Guest Columnist: David Giles

Guest Columnist:  David Giles


IT IS certainly good to see British Airways taking a step that really does recognise the value of travel agents in selling their product.

The Guild of Business Travel Agents has said all along that airlines alter the commission structure at their peril because it risks undermining the standard distribution system, which has worked so well for them.

Why would anyone in business want to disrupt a tried and tested process which sells (as BA admits) 80-85% of their product?

Although BA’s Interim Agency Bonus plan is not perfect, it has to be said that it is heading commission back towards the level needed to cover the cost of making air travel bookings.

The investment made by agents in acting for the airlines and providing the service standards which corporate customers require has to be paid for.

Our most recent calculation – presented directly to all the world’s leading airlines at last year’s International Air Transport Association’s Tariffs Conference – showed that 10.65% would be about right!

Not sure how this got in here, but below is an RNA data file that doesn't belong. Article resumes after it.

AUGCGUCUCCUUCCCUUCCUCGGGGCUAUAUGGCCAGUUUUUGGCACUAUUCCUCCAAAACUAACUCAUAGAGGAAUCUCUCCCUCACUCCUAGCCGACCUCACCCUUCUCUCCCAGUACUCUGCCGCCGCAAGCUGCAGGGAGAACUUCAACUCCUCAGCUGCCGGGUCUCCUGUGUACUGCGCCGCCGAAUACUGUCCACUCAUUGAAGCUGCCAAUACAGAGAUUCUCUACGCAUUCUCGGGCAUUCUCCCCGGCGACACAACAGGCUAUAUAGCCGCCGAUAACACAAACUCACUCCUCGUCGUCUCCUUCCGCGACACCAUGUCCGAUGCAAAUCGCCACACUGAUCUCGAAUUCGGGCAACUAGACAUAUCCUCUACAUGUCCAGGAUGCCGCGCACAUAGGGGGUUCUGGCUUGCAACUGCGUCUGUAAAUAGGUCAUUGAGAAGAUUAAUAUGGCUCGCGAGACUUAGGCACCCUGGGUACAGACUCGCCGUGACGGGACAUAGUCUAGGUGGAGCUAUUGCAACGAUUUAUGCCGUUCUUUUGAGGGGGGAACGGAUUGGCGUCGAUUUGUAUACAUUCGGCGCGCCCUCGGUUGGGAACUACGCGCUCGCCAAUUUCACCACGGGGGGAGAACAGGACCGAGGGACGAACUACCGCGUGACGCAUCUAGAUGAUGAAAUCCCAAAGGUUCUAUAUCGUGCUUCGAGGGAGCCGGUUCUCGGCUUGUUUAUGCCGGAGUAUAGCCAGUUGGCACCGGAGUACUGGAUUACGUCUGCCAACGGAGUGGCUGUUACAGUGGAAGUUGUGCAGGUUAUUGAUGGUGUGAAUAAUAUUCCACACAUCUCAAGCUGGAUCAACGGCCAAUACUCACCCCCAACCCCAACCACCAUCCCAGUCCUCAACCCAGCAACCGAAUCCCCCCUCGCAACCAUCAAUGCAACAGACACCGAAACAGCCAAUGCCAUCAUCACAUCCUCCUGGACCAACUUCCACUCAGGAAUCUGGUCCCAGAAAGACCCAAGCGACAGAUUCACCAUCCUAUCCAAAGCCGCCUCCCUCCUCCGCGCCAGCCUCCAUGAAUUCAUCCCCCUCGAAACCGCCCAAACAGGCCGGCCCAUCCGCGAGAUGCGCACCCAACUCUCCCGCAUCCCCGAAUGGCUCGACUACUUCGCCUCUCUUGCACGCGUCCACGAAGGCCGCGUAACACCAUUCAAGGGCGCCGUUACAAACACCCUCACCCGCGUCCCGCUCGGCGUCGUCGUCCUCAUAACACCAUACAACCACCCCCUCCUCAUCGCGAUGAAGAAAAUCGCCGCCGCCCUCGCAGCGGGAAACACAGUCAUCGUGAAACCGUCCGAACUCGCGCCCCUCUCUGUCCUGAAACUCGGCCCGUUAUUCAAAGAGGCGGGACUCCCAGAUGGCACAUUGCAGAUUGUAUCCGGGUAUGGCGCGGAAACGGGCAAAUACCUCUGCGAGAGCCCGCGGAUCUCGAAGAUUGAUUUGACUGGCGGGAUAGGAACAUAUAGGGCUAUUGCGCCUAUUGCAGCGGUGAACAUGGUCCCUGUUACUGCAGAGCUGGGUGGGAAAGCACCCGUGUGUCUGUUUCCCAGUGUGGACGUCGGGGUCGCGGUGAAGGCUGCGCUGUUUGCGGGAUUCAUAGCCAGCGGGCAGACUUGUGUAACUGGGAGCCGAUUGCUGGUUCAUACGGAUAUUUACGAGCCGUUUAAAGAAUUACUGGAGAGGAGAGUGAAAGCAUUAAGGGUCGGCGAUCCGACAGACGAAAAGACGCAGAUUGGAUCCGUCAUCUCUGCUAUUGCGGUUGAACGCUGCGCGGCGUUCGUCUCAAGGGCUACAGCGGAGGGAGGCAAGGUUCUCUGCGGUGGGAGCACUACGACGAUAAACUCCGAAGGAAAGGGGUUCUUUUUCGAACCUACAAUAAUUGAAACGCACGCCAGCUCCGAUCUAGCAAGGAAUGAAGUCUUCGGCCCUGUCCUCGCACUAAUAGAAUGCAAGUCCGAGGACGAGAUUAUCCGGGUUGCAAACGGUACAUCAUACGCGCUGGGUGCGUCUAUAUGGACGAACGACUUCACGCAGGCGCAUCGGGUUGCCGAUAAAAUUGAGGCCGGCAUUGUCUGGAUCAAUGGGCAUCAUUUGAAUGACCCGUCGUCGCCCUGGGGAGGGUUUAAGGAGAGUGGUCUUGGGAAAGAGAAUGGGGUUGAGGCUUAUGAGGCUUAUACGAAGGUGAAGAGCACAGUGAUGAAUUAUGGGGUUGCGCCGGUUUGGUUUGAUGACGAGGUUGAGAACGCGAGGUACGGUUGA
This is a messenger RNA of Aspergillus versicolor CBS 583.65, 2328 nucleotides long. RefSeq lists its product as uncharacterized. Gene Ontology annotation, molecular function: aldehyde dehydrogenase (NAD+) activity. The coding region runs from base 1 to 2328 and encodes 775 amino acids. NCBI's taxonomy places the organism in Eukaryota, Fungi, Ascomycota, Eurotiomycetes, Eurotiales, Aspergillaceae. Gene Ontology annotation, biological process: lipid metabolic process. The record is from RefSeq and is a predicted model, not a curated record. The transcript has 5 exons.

In fact it might be an even higher percentage by now, with scrutiny of company travel costs intensifying, the whole task becoming more complex and the service demands upon us greater than ever.

That is why the GBTA has initiated a study amongst corporates, called Value Plus, to evaluate in more detail what our customers need from their business travel agents, and to put a cost to it.

That’s fair enough. The corporates are the ultimate customers of us all, both agents and airlines. But these services have to be paid for.

It was fashionable, a couple of years ago, for profitable airlines to suggest that the corporates themselves should shoulder more of these costs.

Perhaps much less profitable airlines, currently struggling to win back their business customers, may think it less politic to make such a suggestion now.

Having said all that, there is no doubt that BA has made a good start at mending some fences and we especially welcomed the consultation process which took place.

But let us not forget that this scheme is actually named ‘interim’ and has only a seven-month term.

I would like to see, over the next few months, even more openness and consultation in developing a long-term plan which takes this all a stage further.


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